MHP   |  October 27, 2012

Online education to uproot tradition?

The Melissa Harris-Perry panel weighs in on a surge in online college courses that promise to revolutionize the traditional college model.

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This content comes from Closed Captioning that was broadcast along with this program.

>>> so i've been making my whole table laugh talking about what i hear often at college campuses. so, you know, as a student, college for you is classes. as a professor it tends to be your research and teaching. administrators use the language when talking about students, tpus, tuition paying units. in other words, how do we maximize the number of tpus on campus. one of the ways to get maximum number of tpus, good client services, nice gym, good football field , better looking dorms than i ever imagined. how do we on the one hand point out that, yes, there's this market going on. but at the other point -- as both of you, talk about the fact that education is really the engine for upward mobility in this country.

>> we were talking about young people in the last segment. how do we're quip young people with the skills and tools we need to go out in the tools and be good citizens and doers. i think the fact that 80% of adults surveyed think college is not worth what they're paying for it shows there's a problem. we need to be training students better. we're seeing innovation in pockets. at yale law school we start add program where we train law students to use film and video in their advocacy, an innovation in legal education . at auburn seminary, we're reinventing ourself to have faith leaders reorganize campaigns. these kinds of innovations ought to be happening not just at the elite university, at the public schools so students feel like they're getting what they're paying for.

>> ben, as someone who is on the job creator, hiring side -- i understand you said i've dropped out of tons of colleges, right? when you're thinking about a worker or someone that you're going to hire, i think there's this real tension between schools, universities wanting to give you a liberal arts education and on the other hand equip you to get a job in this market.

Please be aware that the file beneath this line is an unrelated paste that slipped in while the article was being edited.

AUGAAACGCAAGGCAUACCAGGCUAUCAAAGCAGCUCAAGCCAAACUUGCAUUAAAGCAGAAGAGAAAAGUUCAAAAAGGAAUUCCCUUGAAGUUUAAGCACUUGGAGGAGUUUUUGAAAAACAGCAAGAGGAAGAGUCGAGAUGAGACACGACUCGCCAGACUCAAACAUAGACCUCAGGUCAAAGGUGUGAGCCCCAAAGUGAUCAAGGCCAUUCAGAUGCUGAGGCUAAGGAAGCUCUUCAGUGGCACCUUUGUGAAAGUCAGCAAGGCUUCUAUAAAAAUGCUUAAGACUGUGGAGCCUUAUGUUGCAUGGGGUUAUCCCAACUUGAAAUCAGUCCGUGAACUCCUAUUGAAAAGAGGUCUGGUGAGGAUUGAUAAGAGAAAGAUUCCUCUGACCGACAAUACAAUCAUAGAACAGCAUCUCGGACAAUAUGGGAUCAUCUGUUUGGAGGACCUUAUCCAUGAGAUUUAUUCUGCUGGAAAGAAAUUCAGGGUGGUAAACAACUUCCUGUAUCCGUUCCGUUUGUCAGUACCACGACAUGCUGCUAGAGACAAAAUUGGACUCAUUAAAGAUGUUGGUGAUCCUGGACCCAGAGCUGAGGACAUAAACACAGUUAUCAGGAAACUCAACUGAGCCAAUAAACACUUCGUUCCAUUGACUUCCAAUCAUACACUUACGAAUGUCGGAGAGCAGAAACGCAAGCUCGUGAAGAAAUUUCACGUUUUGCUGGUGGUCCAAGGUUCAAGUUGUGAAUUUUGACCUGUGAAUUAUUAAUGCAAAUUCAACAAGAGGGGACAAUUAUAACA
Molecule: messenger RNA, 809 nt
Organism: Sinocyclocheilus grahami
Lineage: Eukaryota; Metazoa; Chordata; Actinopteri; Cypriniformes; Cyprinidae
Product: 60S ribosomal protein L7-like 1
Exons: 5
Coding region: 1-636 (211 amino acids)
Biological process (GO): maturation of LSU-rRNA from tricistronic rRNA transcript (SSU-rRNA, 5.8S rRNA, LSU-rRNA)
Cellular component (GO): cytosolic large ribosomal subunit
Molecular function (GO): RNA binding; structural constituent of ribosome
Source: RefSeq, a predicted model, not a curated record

>> mostly you want someone who has good work habits, a good work ethic , someone who is going to show up, put in a full day's work and someone who has got either good critical thinking skills so they can learn, so that they can be doing con stand learning. what we needed an employee to do five years ago is really different from what we need an employee to do now.

>> so you're not training someone for a particular set of skills. you're training them for the ability to keep learning. on the one hand, that feels like it's directly related to college education . then you said people who show up on time, it sounds like it's inversely related .

>> there's both jobs. there's manufacturing jobs and there's office jobs. it's different sets of skills and abilities that we're looking for.

>> the problem with only training people for a very specific skill set is skills inevitably become obsolete and people get more in debt to retrain. liberal arts degrees teach you edification, t you can solve complex problem sets irrespective of what time or decade or era you're living in. that's a lifelong skill.

>> felicia, on the one hand i'm with you. i want more investment particularly in community classes. then i worry about a two-tier system, a tuition paying june it in who get edification unit and another set that get trained in skill set learning.

>> you're right to worry about inequality. at a certain point we have to invest in the range of colleges. i went to an elite school. i know we have to invest in a range of colleges. 50% of all students now go to community colleges . these are places where our local leaders are trained. these are places where we're going to have to learn the kinds of skills that you need in the workplace.

>>> more in just a moment. first it's time for a preview with "weekend with alex witt ."